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Originally tricker, from Dutch trekker (pull, noun, as in drawer-pull, bell-pull), from Dutch trekken (to drag, draw, pull).



trigger (plural triggers)

  1. (firearms) A finger-operated lever used to fire a gun.
    Just pull the trigger.
    • 1659 December 30 (date written), Robert Boyle, “[Experiment 14]”, in New Experiments Physico-Mechanicall, Touching the Spring of the Air, and Its Effects, (Made, for the Most Part, in a New Pneumatical Engine) [], Oxford, Oxfordshire: [] H[enry] Hall, printer to the University, for Tho[mas] Robinson, published 1660, →OCLC, page 89:
      [W]e pull'd aſide the Tricker, and obſerv'd, that according to our expectation the force of the Spring of the Lock vvas not ſenſibly abated by the abſence of the Air.
  2. A similar device used to activate any mechanism.
  3. An event that initiates others, or incites a response.
    Sleeping in an unfamiliar room can be a trigger for sleepwalking.
  4. A concept or image that upsets somebody by sparking a negative emotional response.
    I can't watch that violent film. Blood is one of my triggers.
  5. (psychology) An event, experience or other stimulus that initiates a traumatic memory or a strong reaction in a person.
  6. (music) An electronic transducer allowing a drum, cymbal, etc. to control an electronic drum unit or similar device.
  7. (music) A device that manually lengthens (or sometimes shortens) the slide or tubing of a brass instrument, allowing the pitch range to be altered while playing.
  8. (electronics) A pulse in an electronic circuit that initiates some component.
  9. (databases) An SQL procedure that may be initiated when a record is inserted, updated or deleted; typically used to maintain referential integrity.
  10. (online gaming) A text string that, when received by a player, will cause the player to execute a certain command.
  11. (archaic) A catch to hold the wheel of a carriage on a declivity.

Alternative forms[edit]

  • tricker (Britain, dialectal, obsolete)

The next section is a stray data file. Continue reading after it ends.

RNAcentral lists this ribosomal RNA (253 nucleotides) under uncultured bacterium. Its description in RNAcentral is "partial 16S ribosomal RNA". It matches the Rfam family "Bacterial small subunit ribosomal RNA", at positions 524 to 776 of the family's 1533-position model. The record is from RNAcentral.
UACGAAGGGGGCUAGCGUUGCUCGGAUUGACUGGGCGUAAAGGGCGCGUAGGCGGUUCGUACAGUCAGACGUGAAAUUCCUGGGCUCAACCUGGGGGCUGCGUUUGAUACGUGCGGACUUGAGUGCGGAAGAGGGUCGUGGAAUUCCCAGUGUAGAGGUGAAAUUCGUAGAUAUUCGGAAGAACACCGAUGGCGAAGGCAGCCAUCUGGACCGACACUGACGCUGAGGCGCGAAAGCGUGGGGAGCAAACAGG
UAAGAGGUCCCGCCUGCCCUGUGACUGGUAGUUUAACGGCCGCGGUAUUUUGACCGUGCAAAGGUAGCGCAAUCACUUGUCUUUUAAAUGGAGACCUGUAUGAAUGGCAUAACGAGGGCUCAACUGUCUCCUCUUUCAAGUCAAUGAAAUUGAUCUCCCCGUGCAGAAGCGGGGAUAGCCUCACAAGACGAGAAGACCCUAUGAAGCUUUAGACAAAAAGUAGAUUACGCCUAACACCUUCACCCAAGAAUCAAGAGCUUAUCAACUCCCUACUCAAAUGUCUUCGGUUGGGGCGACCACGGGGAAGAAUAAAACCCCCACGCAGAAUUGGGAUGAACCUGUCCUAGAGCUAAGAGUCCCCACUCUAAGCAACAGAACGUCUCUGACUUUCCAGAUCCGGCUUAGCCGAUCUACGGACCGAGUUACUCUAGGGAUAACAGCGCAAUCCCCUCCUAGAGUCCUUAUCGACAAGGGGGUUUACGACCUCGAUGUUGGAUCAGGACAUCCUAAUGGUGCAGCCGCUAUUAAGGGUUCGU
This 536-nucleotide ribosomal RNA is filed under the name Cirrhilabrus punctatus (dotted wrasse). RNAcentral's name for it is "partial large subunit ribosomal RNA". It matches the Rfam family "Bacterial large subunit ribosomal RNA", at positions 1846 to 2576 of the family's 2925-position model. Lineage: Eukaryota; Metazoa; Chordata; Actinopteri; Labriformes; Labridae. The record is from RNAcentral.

Derived terms[edit]

Related terms[edit]


The translations below need to be checked and inserted above into the appropriate translation tables. See instructions at Wiktionary:Entry layout § Translations.


trigger (third-person singular simple present triggers, present participle triggering, simple past and past participle triggered)

  1. (transitive) To fire a weapon.
    Synonyms: activate, detonate, fire
    • 2011, Jim Baggott, The First War of Physics, Pegasus Books, →ISBN:
      A U235 bomb would therefore need to incorporate a gun weighing ten tons. Then there was the question of initiating or triggering the bomb.
  2. (transitive) To initiate something.
    Synonyms: activate, initiate
    The controversial article triggered a deluge of angry letters from readers.
    • 2020 August 26, Philip Haigh, “Network News: Three die in ScotRail landslip derailment at Carmont”, in Rail, page 6:
      The accident followed torrential early morning rain that triggered widespread flooding across Scotland's tracks, including south of Carmont.
  3. (transitive, figurative) To spark a response, especially a negative emotional response, in (someone).
    Synonym: push someone's buttons
    This story contains a rape scene and may be triggering for rape victims.
    • 2019, Donald Trump Jr., Triggered[1], Center Street, →ISBN:
      People get triggered simply by seeing a Trump.
    • 2020 January 25, Ernesto Londoño, Letícia Casado, “Glenn Greenwald in Bolsonaro’s Brazil”, in The New York Times[2], →ISSN:
      “I think I trigger a lot of their primal rage,” Mr. Greenwald said, referring to Brazilians who support the president. “They view me as someone who deserves to be punished.”
      1. (transitive, figurative, by extension of above, Internet slang) To intentionally offend someone, especially by expressing radical or edgy opinions.
        I encountered a forum user who didn't agree with me, so I wrote some comments with my political slogans to trigger that clueless kiddo.
  4. (intransitive, especially electronics) To activate; to become active.
    • 1997, Mill Operators' Conference, page 182:
      Sodium nitrite (750 ppm) was added after the alarm triggered at three hours, and corrosion did not occur for over eight hours.

Usage notes[edit]

  • Among movements to promote mental health awareness, especially concerning autism; epilepsy; and post-traumatic stress disorder (PTSD), using the to spark an esp. negative emotional response in sense for lesser matters is often considered offensive to and exclusive of those who regularly deal with triggers that aggravate their symptoms (meltdowns; seizures, anxiety attacks; etc.).

Derived terms[edit]


  • German: triggern


Further reading[edit]



Unadapted borrowing from English trigger.


trigger n (plural triggere)

  1. trigger